October 26, 2021
Chicago – Local community groups and environmental organizations are calling on the Illinois Environmental Protection Agency to deny the U.S. Army Corps of Engineers’ permit application to extend operations of a waste dump by the Lake Michigan shoreline on the Southeast Side of Chicago. The dump is filled with dredged materials from the Calumet River that pose a threat of toxic pollution of Lake Michigan and could harm the community, which is already overburdened with environmental pollutants. Contaminants identified in the sediment from the dredged waters include mercury, PCBs, arsenic, barium, cadmium, manganese, chromium, copper, lead, and more.
The Confined Disposal Facility, created in 1984, was supposed to be sealed and turned over to the Chicago Park District in 2022 to become a public park for Southeast Side neighbors to enjoy. Now the Army Corps is seeking to extend its expired permit and expand the CDF by building a new larger, dredge dump facility on and around the existing site. Public comments to Illinois EPA about this permit application are due by Tuesday, October 26.
Amalia NietoGomez, Executive Director, Alliance of the SouthEast (ASE):
“The Southeast Side is an environmental justice community already facing pollution on all sides and does not need more from a toxic facility right next to our water supply. Recent storm surges and rising lake levels eroding our shorelines, where this toxic facility is located, also puts our drinking water at risk. People living in this community deserve full transparency from government agencies, stringent water quality monitoring, healthy parks and beaches, and assurance that their water is protected.”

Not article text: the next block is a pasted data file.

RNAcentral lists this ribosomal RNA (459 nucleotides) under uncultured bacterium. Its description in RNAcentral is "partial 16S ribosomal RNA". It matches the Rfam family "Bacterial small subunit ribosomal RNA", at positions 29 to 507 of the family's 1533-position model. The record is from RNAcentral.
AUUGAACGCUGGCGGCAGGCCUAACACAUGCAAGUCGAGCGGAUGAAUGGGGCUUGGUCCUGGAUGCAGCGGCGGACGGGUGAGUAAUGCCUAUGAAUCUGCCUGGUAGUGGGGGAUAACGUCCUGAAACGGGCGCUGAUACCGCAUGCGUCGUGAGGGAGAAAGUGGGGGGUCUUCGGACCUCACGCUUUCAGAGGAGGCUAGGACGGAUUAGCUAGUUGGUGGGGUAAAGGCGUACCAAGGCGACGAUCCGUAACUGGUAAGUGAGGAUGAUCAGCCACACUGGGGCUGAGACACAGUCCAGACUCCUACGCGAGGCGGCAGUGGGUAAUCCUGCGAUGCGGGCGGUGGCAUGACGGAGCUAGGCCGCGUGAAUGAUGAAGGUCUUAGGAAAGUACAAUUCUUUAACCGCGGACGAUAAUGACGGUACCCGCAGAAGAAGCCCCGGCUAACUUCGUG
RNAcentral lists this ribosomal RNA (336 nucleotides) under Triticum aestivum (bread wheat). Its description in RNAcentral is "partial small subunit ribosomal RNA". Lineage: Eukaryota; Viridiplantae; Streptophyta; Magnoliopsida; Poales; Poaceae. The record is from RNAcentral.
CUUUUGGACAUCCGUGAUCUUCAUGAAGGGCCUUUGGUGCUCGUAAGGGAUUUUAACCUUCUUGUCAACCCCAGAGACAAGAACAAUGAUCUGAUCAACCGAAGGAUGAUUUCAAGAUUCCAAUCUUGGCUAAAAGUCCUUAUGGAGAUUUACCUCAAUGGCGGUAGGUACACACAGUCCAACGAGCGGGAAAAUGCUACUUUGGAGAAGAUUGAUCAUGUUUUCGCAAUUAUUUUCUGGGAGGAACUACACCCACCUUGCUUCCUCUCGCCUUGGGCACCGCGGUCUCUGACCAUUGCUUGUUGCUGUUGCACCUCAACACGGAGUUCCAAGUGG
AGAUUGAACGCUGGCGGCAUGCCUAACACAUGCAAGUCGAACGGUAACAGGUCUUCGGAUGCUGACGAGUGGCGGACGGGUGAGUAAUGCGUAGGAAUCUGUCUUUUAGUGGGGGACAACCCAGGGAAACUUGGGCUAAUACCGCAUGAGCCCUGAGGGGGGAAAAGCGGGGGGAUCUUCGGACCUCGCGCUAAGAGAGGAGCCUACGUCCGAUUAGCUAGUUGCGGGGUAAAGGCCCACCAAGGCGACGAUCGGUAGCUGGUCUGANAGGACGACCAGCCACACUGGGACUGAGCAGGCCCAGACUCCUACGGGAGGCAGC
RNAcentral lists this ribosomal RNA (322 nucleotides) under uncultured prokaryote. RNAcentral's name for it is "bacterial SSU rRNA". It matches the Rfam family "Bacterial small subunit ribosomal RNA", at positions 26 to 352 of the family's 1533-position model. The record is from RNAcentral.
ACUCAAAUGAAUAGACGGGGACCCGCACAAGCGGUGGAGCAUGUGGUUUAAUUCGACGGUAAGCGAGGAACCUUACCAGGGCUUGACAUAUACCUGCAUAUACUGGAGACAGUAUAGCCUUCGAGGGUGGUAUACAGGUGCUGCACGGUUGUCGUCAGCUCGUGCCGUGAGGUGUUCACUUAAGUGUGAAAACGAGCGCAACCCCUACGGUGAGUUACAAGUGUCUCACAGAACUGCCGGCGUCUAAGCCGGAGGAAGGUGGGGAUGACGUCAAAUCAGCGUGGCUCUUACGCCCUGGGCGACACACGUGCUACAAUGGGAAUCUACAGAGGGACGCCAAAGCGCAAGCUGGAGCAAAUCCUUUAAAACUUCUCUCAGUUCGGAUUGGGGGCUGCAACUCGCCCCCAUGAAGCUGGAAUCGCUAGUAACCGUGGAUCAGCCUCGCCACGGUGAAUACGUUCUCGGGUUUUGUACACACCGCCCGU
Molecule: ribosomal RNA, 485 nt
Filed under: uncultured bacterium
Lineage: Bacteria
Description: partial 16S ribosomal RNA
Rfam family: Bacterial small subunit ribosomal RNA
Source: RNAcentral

Juanita Irizarry, Executive Director, Friends of the Parks:
“The facility was intended as a temporary dredge dump on land that was supposed to be capped and turned over to the Chicago Park District in 1994, but then extended to 2022. If Illinois EPA approves the Army Corps’ permit, the conversion of that site to a public park could be delayed another 20 years.”
Howard Learner, Executive Director, Environmental Law & Policy Center:
“Illinois EPA should deny the permit for the Confined Disposal Facility because it does not fully protect Lake Michigan and the surrounding communities from toxic threats especially in light of rising and changing lake water levels. The Army Corps and IEPA should rigorously explore and objectively evaluate alternative, safer sites.”